The Pittsburgh Steelers spent just two of seven draft picks on the defensive side of the football last weekend. One of those two defensive selections did not come until the seventh round, and it came at arguably their most crowded position at inside linebacker, where they return seven players who were on the 53-man roster last season (or would have been; swapping Joe Schobert for Myles Jack).
Joining the mix is Ole Miss’ Mark Robinson, who started playing linebacker *checks notes* last year. But Kevin Colbert wouldn’t have pulled the trigger on drafting him if he didn’t think that he would have a chance to make the team, and he laid out why in an interview with Pat Kirwan and Jim Miller on SiriusXM Radio recently, recapping the draft.
He has a friend who was at the University of Mississippi from high school, so, they reach out, he walks on as a runner at Ole Miss, and in doing that, he took some reps as a scout team linebacker, and all of a sudden, he’s making a bunch of plays.
He takes over the job, I believe it was four games into the season—he starts nine out of 13. He’s an explosive tackler. That’s the one thing that stuck out about Mark. He’s gonna have to learn how to play in coverage, but his downhill abilities were very impressive, and the impact he hits folks with really caught our attention.
Robinson finished the 2021 season with 91 total tackles in 13 games with nine starts, including five and a half tackles for loss. He also recorded three sacks, which is not a bad start with his first exposure to defensive football after spending the entirety of his football life up to that point playing on offense.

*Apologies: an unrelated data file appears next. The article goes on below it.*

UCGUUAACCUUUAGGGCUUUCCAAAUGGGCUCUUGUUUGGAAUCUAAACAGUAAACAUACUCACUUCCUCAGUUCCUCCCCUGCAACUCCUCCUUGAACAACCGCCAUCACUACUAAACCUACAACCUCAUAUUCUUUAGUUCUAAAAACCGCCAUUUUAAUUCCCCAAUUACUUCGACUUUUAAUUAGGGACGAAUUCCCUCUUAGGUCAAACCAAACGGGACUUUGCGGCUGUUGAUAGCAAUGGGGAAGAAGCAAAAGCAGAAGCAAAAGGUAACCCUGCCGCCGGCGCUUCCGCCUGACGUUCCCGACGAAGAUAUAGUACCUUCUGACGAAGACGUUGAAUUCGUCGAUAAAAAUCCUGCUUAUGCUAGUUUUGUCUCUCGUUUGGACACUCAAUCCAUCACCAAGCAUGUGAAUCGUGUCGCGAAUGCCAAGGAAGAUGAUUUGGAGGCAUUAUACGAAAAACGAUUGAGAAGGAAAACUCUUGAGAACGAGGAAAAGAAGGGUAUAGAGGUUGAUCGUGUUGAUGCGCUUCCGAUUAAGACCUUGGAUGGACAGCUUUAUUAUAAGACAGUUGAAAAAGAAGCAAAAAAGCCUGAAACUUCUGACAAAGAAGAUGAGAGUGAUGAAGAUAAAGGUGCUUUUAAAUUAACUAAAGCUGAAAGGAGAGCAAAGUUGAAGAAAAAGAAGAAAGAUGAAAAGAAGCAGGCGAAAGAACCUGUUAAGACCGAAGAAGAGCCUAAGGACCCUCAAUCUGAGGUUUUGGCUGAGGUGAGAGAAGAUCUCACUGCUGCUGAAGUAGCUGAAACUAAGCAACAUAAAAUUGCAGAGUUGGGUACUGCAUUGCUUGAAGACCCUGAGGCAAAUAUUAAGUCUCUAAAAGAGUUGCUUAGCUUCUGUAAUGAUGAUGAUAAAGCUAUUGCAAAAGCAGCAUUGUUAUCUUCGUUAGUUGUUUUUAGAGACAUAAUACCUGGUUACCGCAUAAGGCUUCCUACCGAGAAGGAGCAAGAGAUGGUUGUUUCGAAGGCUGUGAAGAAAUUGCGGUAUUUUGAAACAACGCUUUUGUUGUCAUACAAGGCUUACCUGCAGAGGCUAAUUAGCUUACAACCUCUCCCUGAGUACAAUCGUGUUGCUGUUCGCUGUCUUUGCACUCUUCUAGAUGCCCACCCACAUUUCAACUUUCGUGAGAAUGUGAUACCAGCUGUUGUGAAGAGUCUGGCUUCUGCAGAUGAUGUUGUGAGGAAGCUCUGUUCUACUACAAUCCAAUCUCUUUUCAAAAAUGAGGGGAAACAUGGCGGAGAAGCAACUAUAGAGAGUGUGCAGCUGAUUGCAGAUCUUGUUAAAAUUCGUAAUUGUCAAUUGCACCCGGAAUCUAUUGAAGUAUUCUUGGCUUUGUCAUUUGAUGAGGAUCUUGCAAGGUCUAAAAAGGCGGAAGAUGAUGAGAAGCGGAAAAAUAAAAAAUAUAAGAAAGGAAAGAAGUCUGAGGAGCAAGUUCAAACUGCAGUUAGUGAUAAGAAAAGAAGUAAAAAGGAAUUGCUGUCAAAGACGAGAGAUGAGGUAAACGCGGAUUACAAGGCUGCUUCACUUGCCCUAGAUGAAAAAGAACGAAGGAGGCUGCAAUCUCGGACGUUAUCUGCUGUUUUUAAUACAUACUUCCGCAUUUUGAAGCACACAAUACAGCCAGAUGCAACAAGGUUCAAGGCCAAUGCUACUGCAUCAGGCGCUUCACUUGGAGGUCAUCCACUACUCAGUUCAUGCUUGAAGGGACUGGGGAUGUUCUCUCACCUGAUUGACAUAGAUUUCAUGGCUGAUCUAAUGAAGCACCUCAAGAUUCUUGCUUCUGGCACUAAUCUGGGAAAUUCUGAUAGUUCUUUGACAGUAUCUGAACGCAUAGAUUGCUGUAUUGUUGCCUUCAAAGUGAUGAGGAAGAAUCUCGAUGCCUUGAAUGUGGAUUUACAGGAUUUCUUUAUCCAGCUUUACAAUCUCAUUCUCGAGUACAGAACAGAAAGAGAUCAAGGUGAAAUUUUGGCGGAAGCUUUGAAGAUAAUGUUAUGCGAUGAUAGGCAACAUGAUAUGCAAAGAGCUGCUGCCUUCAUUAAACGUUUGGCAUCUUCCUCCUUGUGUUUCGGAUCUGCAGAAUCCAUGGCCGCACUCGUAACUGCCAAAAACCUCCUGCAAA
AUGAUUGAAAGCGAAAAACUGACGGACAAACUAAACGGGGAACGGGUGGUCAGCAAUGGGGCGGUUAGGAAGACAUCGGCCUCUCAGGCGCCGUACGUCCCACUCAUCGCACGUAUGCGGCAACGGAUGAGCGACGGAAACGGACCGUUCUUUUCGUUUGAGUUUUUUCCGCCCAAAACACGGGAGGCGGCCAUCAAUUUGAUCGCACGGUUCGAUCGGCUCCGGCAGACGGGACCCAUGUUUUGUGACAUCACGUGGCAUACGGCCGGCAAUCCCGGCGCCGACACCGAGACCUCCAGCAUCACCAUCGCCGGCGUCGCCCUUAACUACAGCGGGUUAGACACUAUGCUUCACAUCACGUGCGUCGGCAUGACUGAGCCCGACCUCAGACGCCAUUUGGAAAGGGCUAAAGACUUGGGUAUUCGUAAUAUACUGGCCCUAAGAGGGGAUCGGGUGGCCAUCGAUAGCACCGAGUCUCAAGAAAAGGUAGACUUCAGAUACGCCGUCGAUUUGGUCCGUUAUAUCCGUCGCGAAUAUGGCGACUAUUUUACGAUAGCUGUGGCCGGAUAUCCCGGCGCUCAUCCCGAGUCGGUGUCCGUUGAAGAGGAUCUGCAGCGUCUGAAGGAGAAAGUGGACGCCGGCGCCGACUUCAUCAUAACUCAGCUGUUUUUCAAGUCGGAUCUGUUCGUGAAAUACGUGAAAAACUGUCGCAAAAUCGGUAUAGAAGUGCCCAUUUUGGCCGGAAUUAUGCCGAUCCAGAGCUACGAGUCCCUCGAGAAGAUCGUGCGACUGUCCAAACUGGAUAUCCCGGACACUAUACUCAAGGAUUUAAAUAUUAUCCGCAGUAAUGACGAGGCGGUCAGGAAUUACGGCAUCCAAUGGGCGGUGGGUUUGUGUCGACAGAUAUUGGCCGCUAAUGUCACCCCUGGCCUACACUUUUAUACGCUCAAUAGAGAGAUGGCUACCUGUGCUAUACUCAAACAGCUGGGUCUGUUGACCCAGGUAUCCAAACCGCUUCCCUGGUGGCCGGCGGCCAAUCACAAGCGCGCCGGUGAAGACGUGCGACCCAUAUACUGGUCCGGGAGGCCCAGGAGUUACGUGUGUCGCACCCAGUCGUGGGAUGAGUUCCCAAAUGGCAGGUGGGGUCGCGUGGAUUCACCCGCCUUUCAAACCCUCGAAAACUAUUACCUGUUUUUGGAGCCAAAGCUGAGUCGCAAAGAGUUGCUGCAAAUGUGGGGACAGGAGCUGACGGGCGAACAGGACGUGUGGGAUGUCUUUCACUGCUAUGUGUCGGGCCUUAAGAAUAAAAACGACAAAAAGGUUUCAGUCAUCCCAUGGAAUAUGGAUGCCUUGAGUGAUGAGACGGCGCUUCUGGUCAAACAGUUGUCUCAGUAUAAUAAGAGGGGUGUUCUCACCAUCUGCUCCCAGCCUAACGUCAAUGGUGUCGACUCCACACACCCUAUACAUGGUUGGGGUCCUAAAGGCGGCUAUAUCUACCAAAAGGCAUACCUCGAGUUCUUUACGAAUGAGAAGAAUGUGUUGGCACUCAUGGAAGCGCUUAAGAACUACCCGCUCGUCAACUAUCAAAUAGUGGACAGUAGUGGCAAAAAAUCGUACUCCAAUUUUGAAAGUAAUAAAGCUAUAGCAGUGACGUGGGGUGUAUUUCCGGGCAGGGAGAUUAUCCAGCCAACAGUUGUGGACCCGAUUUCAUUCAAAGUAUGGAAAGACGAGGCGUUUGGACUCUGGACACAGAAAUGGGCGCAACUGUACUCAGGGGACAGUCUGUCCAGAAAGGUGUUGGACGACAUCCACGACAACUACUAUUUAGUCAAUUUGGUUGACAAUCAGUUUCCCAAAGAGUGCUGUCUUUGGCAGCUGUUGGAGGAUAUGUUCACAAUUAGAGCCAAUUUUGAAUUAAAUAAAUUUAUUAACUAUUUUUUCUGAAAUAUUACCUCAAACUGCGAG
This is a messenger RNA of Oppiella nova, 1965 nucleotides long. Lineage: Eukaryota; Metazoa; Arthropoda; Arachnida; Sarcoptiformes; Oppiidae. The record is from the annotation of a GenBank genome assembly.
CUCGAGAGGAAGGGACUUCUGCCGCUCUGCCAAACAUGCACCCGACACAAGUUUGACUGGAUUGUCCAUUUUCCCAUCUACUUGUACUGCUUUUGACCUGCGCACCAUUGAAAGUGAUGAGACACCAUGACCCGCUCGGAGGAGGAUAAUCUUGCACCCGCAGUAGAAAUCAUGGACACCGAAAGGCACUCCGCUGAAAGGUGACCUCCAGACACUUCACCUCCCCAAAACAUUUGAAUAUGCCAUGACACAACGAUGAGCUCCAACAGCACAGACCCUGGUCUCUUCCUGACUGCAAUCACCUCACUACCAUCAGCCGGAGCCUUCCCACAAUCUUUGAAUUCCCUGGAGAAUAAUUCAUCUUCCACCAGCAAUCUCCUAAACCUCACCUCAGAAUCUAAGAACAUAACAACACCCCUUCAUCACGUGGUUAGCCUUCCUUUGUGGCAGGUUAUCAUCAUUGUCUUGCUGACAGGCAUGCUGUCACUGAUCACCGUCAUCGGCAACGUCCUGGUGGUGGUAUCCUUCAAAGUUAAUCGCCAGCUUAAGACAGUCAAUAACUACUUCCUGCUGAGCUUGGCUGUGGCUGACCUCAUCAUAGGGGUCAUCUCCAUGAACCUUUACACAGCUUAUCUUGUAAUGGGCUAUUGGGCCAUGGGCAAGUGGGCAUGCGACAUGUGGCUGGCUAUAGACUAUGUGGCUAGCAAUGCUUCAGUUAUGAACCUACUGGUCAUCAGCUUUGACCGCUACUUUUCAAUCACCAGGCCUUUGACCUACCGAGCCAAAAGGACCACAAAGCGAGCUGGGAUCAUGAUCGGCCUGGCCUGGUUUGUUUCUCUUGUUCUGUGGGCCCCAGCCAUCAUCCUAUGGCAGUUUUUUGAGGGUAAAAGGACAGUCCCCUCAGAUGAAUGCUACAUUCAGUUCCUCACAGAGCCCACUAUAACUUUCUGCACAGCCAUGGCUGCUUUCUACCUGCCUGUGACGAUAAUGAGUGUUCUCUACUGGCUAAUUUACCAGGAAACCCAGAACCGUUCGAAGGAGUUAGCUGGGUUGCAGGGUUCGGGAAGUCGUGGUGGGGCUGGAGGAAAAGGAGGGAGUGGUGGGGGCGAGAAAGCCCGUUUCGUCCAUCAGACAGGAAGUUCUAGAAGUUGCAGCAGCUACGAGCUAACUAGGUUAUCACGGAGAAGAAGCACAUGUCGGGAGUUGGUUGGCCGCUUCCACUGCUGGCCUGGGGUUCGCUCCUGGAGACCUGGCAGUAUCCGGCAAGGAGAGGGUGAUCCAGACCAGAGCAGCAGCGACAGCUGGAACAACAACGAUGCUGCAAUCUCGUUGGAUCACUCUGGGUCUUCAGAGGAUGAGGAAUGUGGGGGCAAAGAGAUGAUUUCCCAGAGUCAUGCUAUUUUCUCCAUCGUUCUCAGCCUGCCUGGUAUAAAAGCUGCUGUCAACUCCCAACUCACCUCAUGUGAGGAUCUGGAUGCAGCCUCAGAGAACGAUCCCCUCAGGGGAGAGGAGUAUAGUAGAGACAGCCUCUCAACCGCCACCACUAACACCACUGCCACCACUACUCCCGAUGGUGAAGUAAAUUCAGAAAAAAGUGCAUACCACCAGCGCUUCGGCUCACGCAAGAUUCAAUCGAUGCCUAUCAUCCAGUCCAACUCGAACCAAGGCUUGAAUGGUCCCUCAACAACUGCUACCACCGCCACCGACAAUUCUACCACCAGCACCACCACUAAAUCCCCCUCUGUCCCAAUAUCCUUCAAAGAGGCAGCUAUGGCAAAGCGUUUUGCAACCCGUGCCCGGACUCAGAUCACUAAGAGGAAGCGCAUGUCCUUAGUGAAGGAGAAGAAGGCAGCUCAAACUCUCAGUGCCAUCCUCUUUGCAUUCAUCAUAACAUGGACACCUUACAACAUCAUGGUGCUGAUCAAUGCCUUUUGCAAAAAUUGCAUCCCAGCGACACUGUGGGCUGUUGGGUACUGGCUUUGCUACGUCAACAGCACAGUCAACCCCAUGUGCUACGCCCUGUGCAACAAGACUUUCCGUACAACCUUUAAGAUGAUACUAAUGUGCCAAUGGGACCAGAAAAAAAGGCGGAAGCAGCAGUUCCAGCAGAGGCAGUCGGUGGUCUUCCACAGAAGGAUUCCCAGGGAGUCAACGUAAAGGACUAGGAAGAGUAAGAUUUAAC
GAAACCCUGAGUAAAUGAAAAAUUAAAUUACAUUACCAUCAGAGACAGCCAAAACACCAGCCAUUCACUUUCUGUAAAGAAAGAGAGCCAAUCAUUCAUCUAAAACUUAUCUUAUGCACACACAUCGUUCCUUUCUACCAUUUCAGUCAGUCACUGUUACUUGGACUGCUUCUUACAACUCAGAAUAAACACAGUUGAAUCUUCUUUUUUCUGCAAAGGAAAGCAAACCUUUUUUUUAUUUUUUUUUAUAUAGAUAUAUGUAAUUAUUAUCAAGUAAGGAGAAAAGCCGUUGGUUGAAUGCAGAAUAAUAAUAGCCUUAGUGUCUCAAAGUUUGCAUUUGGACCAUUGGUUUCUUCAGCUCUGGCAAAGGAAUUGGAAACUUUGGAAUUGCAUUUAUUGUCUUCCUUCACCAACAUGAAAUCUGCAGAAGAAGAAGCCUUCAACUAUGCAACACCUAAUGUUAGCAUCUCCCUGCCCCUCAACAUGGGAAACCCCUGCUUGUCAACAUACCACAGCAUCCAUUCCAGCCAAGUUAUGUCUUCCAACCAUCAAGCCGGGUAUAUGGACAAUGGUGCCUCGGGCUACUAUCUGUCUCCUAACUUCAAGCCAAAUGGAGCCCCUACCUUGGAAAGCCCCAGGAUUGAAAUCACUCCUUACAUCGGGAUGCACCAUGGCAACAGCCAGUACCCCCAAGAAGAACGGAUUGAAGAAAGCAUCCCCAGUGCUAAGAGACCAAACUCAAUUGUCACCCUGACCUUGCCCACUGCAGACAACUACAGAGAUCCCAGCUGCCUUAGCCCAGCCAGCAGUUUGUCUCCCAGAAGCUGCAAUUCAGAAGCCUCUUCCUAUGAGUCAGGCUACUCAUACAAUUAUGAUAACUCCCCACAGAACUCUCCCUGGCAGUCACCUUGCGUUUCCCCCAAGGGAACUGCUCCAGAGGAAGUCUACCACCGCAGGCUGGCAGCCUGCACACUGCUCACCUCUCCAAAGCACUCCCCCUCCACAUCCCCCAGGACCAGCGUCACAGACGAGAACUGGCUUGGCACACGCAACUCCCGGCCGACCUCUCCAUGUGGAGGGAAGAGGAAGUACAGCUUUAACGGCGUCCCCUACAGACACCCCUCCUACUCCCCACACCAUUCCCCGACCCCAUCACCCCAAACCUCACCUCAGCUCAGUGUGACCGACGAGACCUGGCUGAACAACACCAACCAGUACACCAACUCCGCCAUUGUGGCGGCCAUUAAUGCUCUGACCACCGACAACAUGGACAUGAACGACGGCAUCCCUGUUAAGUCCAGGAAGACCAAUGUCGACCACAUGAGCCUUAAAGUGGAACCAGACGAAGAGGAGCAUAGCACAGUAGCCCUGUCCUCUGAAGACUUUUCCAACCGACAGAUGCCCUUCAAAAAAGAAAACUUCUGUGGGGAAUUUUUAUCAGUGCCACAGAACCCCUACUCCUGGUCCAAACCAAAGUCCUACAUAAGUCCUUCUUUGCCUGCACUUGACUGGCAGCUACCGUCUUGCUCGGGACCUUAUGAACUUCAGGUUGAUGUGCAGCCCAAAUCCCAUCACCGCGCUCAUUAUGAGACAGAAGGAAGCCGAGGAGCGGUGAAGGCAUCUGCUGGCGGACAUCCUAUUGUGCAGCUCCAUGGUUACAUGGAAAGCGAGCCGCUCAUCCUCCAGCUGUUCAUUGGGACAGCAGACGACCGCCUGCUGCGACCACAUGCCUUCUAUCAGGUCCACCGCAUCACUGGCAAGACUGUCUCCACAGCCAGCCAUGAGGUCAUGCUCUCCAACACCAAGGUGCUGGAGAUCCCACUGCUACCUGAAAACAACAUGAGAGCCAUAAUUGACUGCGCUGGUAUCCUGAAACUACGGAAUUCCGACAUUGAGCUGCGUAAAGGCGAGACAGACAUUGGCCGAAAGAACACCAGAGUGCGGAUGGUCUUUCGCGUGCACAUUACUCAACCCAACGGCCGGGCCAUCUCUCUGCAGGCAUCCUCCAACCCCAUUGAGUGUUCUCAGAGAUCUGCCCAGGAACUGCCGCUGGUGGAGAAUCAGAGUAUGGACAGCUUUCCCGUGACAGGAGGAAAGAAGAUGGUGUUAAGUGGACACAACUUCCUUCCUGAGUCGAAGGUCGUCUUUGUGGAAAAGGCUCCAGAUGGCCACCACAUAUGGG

This is in contrast to the aforementioned Jack, who was also a running back for most of his time growing up, but began playing linebacker in his final two years of high school, so he had five years of playing the position by the time he was drafted in the second round.
Still, Robinson can potentially learn a thing or two from the veteran about making that adjustment, particularly mentally, from playing on offense to playing on defense—and hopefully he can also pass along some tips about working in coverage, because the young man is going to need that if he expects to play much on defense.
It goes without saying that his first job is going to have to some on special teams. If he shows he can run down the field and wallop a return man or two, he’ll have a chance to stick. Devin Bush, Jack, Robert Spillane, and perhaps Buddy Johnson seem the surest bets to make the team, but Marcus Allen, Ulysees Gilbert III, and certainly Tegray Scales, all special-teamers, can be considered vulnerable. And Johnson’s security is preliminary and based on his showing growth in year two.